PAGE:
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Leaky Gut Syndrome: Signs and Remedies

Have you ever heard about leaky gut syndrome?

In Ancient Greece, Hippocrates had already claimed that all diseases began in the gut. Nowadays, modern medicine is establishing a link between our immune system and our intestine and showing how this connection helps us fight off disease.

The terms "leaky gut" or "intestinal hyperpermeability " are now commonly used, but what precisely do they refer to? Let's have a closer look at our insides!

Gut and Facts

Our intestines contain intestinal mucosa as well as the microbiome, and most of our body's immune system.

The mucosa is lined with a layer of cells that are held together by tight junction proteins. This lining needs to be in perfect condition as it hosts the immune cells and therefore serves as a barrier to prevent molecules from outside such as bacteria, germs, viruses, undigested or undesired food particles from getting into the bloodstream. It plays an essential role in the functioning of the immune system with an army of well-orchestrated bacteria sending their "immune response messengers" (white blood cells and inflammatory cytokines) to destroy any invaders. It is also through the intestinal mucous membrane that essential nutrients are absorbed into the bloodstream.

Our microbiome represents the bacterial ecosystem living inside our gut. It needs to be in perfect balance to guarantee the proper working of the digestive system as well as our immunity and hormonal response mechanisms. 

The slightest dysbiosis or attack on the mucus layer will bring about this "hyperpermeability" of the gut, make the gut more permeable, meaning that the tight junctions loosen. A leaky gut is an open door to invaders and invites an attack on the whole gut microbiome population. This is when inflammation occurs! Your immune response is a state of constant alarm, bacteria are no longer able to metabolize the nutrients, and hormone production is impaired.

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Symptoms of Leaky Gut

What are the signs to look out for? Listen to your body whispering before it starts yelling at you!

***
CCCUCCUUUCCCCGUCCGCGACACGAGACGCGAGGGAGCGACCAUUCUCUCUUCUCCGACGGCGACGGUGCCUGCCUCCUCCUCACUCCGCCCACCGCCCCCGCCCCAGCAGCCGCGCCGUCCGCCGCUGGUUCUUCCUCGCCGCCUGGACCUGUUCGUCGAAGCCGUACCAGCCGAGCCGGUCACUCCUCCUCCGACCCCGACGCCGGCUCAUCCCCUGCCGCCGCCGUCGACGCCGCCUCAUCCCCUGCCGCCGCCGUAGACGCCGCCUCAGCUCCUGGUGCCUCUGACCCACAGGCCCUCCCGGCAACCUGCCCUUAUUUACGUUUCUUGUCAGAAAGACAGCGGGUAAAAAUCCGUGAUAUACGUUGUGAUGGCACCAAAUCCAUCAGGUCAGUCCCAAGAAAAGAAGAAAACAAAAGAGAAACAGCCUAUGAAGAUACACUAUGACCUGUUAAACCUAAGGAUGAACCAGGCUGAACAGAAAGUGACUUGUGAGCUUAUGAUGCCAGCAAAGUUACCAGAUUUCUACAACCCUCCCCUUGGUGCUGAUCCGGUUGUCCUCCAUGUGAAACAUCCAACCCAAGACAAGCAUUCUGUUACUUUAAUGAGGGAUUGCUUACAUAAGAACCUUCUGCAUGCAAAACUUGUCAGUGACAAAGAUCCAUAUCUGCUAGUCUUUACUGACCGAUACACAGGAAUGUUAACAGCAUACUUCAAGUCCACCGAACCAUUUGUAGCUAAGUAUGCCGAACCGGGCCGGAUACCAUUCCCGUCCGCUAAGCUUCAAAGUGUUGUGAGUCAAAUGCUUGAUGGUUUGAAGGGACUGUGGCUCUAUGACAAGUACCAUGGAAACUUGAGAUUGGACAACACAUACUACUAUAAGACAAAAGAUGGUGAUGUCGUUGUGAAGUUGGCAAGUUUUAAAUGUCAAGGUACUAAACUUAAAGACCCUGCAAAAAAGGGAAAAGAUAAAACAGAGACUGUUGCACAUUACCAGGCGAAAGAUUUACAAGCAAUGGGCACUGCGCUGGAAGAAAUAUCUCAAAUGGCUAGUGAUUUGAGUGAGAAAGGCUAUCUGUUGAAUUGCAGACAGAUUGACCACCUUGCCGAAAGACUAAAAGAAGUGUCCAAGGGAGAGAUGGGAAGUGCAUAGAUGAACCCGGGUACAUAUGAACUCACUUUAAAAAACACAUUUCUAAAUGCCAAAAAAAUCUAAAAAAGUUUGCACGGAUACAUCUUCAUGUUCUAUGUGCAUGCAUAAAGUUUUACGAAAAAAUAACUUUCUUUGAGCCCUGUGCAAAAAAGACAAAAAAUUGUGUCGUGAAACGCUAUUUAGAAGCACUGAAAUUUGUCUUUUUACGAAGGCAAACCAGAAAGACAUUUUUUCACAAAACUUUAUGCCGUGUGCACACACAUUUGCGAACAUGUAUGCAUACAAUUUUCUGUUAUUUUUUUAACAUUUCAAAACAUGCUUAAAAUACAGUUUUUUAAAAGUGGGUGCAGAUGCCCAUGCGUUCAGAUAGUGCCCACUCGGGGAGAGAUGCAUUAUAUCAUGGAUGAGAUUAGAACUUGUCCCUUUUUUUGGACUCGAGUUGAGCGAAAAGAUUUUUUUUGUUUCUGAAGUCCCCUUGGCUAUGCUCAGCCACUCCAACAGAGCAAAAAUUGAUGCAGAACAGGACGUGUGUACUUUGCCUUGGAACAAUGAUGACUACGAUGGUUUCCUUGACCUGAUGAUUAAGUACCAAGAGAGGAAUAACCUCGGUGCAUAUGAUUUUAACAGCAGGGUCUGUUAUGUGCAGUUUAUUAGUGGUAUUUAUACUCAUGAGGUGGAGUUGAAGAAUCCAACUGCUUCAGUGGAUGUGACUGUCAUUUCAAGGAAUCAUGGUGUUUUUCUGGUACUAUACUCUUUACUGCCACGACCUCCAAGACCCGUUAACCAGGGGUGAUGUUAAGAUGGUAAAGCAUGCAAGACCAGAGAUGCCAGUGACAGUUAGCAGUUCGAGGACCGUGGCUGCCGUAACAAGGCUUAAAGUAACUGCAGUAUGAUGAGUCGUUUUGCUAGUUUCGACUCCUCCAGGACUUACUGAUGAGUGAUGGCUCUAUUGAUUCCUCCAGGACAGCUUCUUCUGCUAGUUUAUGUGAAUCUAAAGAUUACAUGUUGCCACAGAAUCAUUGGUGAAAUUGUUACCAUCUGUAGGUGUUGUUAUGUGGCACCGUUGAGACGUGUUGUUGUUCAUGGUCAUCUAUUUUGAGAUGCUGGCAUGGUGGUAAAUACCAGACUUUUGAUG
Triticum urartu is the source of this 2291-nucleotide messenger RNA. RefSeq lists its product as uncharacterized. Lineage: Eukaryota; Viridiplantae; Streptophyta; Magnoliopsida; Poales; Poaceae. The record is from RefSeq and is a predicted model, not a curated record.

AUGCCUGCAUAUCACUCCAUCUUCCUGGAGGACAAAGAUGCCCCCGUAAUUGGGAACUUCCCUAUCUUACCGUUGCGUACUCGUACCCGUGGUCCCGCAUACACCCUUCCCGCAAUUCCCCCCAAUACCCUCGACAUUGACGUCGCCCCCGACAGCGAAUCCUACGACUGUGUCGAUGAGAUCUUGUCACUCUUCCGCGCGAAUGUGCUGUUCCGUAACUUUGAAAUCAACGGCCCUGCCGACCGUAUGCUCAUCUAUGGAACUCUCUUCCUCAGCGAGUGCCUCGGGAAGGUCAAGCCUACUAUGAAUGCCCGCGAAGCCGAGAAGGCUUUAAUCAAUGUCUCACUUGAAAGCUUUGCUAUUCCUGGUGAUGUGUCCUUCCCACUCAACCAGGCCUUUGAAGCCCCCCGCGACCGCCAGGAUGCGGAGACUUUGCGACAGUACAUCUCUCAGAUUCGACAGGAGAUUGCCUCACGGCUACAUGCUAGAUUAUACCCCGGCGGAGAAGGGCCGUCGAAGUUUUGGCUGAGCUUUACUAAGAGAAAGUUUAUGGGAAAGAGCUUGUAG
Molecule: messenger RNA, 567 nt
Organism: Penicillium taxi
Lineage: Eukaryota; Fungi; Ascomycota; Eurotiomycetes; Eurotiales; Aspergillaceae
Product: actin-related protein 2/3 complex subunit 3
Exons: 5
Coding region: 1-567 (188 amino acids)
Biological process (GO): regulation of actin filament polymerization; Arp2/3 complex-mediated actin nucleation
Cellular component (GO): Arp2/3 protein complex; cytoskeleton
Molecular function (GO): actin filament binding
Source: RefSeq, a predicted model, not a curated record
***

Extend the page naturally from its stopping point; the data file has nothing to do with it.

What do food sensitivities, sleep and mood disorders, asthma, skin problems, infections, chronic bowel disorders, muscle, and joint pain have in common? They all are a manifestation that something inside is going wrong, and these signs are to be taken seriously.

Medical literature is now widely assessing the link between genetic predisposition, leaky gut, autoimmune diseases but also thyroid malfunction, type 2 diabetes, arthritis, Parkinson's disease, and celiac disease.

Stay in tune with your body and learn to make changes while it is still time. When children are concerned, act now, bodies have a spectacular power of regeneration!

Remedies for Leaky Gut

How can I heal a leaky gut?

  • Keep away from foods that might cause inflammations, such as added sugars, refined carbs, and foods containing additives and pesticides.
  • Use drugs only if it is really necessary. If you need to take medicine, make sure to detox and complement your diet with probiotics.
  • Avoid chemicals found in plastic, non-organic foods, aluminum, detergents, and cosmetics.
  • Manage your stress load and clear your life of toxic emotional or physical stress factors.
  • Pay special attention to your sports nutrition and recovery products in case you're an athlete.
  • Go for a healthy balance of omega 6 and omega 3 fatty acids.
  • Eat plenty of fiber-rich and fermented food having soothing action.

A leaky gut can be treated with time, proper nutrition, a harmonious lifestyle, and great support from supplements such as probiotics, prebiotics, omega 3, and other all-natural methods like guided detox programs.

If this article strikes a chord within you, it is important to consult a specialist such as a nutritionist or a naturopath or an ayurvedic doctor who could advise you on the best way to heal.

  

Author: Marie-Noëlle Bourgeois, nutritionist

 

Further reading:

https://www.immunology.org/public-information/bitesized-immunology/organs-and-tissues/immunity-in-the-gut

Mechanisms of disease: The role of Intestinal Barrier Function in the Pathogenesis of Gastrointestinal Autoimmune Diseases. Fasano A, Shea-Donohue T. 2005 Sep;2(9):416-22.

Leaky Gut As a Danger Signal for Autoimmune Diseases, Qinghui Mu, Jay Kirby, Christopher M. Reilly, and Xin M. Luo, Published online 2017 May 23.

Micronutrition et Fibromyalgie, ne nourrissez plus votre douleur,Denis Riché, Septembre 2017

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